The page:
Worker’s compensation, more commonly referred to as workman’s comp, is designed to provide financial support should you be injured on the job—primary benefits include covering the cost of medical bills and lost wages; it can also provide for vocational training if you need to enter a new line of work. If you find yourself needing to file a claim in the state of Georgia, here are some frequently asked questions about the process.
Unlike a personal injury claim, where the amount of damages or whether or not a person may even have a case, is affected by the plaintiff’s role in causing the accident, workman’s compensation does not take such things into account. If you are injured on the job, regardless of your own negligence, you can receive workman’s compensation. It operates on a ‘’no fault’’ basis.
Typically, any employer who has three or more workers is covered under Georgia’s workman’s comp system. Employees injured on the clock, or off the clock, but performing a business-related task, such as attending a company function, will be able to receive benefits. In some instances, being injured on the premises before or after working hours may qualify, depending on the circumstances. If you are expected to be off the job more than 7 days, you would receive benefits.
Workman’s compensation benefits are relatively modest. In the state of Georgia, employers are required to pay you two-thirds of your salary, with a maximum payout of 500 dollars per week. Injured workers are able to receive benefits for up to 400 weeks; in the case of very serious injuries, you may receive compensation for life. If you are able to return to work but must take a lower-paying job as a result of your accident, you may still receive benefits at a reduced rate.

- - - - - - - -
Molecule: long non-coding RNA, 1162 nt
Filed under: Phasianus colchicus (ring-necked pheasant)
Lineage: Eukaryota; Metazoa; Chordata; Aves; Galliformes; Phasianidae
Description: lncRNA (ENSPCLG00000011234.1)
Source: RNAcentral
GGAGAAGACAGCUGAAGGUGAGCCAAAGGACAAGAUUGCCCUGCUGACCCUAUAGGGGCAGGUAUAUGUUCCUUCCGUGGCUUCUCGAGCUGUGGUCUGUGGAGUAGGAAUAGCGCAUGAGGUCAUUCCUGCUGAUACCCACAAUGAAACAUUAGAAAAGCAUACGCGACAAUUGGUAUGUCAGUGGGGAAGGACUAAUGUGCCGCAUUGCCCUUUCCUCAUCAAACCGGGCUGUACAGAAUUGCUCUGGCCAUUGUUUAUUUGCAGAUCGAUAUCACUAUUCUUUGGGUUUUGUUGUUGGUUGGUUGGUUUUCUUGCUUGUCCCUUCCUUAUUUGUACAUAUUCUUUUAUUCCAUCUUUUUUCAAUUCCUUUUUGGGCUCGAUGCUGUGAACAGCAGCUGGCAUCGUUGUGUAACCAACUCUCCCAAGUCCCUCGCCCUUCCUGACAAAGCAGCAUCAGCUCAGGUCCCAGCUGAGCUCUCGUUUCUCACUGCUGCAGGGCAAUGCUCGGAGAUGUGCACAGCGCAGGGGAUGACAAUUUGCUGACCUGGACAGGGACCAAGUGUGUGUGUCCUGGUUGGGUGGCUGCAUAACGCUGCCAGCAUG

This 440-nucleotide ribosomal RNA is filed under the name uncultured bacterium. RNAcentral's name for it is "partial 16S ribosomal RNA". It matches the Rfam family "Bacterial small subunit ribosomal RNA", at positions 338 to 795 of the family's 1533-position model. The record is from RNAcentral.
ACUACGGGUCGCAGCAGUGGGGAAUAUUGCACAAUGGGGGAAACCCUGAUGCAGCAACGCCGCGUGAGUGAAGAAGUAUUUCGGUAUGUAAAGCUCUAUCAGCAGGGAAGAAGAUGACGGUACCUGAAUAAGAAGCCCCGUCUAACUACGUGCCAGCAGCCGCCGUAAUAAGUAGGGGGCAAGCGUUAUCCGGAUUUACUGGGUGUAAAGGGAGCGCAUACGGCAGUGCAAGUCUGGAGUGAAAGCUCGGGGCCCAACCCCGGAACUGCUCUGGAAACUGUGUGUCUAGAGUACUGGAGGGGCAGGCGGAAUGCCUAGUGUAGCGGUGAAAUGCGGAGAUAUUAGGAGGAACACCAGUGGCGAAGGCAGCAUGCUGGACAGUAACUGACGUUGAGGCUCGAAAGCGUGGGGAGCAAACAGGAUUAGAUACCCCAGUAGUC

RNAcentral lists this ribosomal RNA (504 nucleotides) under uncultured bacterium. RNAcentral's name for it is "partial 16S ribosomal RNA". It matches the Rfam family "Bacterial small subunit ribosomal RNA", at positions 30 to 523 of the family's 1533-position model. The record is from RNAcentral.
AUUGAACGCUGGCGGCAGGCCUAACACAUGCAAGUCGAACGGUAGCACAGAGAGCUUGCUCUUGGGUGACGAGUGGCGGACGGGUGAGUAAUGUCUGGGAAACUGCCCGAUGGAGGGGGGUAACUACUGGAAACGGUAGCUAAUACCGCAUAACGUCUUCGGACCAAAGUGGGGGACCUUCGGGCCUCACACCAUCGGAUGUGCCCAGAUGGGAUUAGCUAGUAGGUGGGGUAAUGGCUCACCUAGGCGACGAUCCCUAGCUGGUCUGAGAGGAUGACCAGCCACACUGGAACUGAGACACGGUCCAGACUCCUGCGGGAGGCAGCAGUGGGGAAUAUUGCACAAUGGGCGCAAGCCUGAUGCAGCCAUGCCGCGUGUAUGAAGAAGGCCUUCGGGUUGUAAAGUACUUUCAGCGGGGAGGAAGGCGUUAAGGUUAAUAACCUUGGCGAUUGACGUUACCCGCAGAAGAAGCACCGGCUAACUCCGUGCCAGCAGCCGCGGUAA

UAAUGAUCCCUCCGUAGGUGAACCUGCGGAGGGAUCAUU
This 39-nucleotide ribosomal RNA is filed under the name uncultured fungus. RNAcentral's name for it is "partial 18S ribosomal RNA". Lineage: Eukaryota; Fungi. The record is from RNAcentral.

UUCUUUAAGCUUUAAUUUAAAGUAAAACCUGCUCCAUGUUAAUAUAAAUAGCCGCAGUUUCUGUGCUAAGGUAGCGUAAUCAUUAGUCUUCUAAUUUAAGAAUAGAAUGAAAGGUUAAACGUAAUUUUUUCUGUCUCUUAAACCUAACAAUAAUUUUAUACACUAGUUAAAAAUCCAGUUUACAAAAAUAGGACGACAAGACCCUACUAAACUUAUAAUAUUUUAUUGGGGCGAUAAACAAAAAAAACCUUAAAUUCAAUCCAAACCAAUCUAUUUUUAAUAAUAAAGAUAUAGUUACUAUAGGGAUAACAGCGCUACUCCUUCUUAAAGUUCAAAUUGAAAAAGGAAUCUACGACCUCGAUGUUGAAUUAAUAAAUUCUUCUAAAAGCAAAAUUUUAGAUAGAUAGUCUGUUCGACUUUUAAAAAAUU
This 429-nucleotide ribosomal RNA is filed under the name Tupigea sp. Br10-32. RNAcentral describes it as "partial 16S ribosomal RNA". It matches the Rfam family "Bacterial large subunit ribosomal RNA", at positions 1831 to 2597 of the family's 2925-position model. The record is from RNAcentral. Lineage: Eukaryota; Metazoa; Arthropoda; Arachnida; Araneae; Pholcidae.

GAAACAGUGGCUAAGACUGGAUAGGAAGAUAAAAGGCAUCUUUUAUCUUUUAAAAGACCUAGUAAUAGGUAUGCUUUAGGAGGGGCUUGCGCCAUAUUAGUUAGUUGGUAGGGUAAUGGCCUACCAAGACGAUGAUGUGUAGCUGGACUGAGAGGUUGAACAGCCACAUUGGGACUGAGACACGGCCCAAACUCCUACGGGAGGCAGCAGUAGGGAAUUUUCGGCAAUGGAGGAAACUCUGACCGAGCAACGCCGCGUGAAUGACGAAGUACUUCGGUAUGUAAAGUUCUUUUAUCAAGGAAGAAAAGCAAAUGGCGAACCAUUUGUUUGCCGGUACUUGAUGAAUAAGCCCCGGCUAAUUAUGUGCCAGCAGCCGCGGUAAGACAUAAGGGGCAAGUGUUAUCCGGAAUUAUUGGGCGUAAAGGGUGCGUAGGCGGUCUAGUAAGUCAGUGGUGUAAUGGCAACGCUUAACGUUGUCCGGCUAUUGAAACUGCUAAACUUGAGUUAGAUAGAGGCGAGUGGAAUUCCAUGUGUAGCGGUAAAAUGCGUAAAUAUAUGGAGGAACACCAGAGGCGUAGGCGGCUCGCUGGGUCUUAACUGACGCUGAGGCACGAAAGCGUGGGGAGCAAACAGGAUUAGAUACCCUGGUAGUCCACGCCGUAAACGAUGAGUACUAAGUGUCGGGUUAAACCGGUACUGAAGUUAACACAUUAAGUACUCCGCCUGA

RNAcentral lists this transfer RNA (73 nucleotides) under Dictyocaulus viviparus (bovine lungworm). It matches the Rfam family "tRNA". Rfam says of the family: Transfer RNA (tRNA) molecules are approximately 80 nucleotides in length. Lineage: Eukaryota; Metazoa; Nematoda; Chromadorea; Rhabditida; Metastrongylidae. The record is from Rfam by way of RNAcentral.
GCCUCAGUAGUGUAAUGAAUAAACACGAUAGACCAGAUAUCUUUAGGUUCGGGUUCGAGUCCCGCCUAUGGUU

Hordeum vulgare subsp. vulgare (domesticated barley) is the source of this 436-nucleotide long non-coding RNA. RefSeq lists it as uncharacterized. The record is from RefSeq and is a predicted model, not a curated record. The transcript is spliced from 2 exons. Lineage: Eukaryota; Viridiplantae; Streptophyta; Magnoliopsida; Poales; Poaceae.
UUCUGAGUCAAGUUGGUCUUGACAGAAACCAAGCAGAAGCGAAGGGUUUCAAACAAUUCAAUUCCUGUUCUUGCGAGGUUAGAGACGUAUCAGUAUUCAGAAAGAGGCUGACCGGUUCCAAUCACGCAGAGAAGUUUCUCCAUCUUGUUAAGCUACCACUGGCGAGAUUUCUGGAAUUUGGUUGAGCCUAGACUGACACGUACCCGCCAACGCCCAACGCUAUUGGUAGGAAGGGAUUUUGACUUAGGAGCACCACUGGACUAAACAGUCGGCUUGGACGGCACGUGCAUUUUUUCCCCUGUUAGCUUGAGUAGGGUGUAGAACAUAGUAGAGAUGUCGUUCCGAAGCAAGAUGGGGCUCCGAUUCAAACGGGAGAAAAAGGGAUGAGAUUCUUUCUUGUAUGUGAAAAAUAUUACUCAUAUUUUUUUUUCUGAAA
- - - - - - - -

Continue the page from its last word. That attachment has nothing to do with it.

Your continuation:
If your employer is covered under workman’s compensation, this is the exclusive remedy for work-related injuries. You are not able to file a personal injury lawsuit against your employer. You can, however, file suit against a third party that may have played a role in your injury. Examples include a co-worker whose negligence may have contributed to your injury, or manufacturers of equipment or supplies that may have played a role in your accident. If you think that a third party was in any way responsible for your injury, you should meet with a personal injury attorney as soon as possible to discuss whether or not you have a case.
You may think because you are entitled to benefits regardless of whether you played a role in the accident, that you do not need an attorney. But, like any area of law, workman’s comp can be complex; filing claims on your own may keep you from getting maximum compensation in the form of covered medical expenses and other financial matters that will crop up as a result of your injury. A lawyer experienced in filing these claims can help you wade through all the workers compensation information relevant to your claim.
Kelli Cooper is a freelance writer who covers all things law; if you require assistance for your GA workers compensation claim, visit www.gaworkerscomplawyers.com for more information.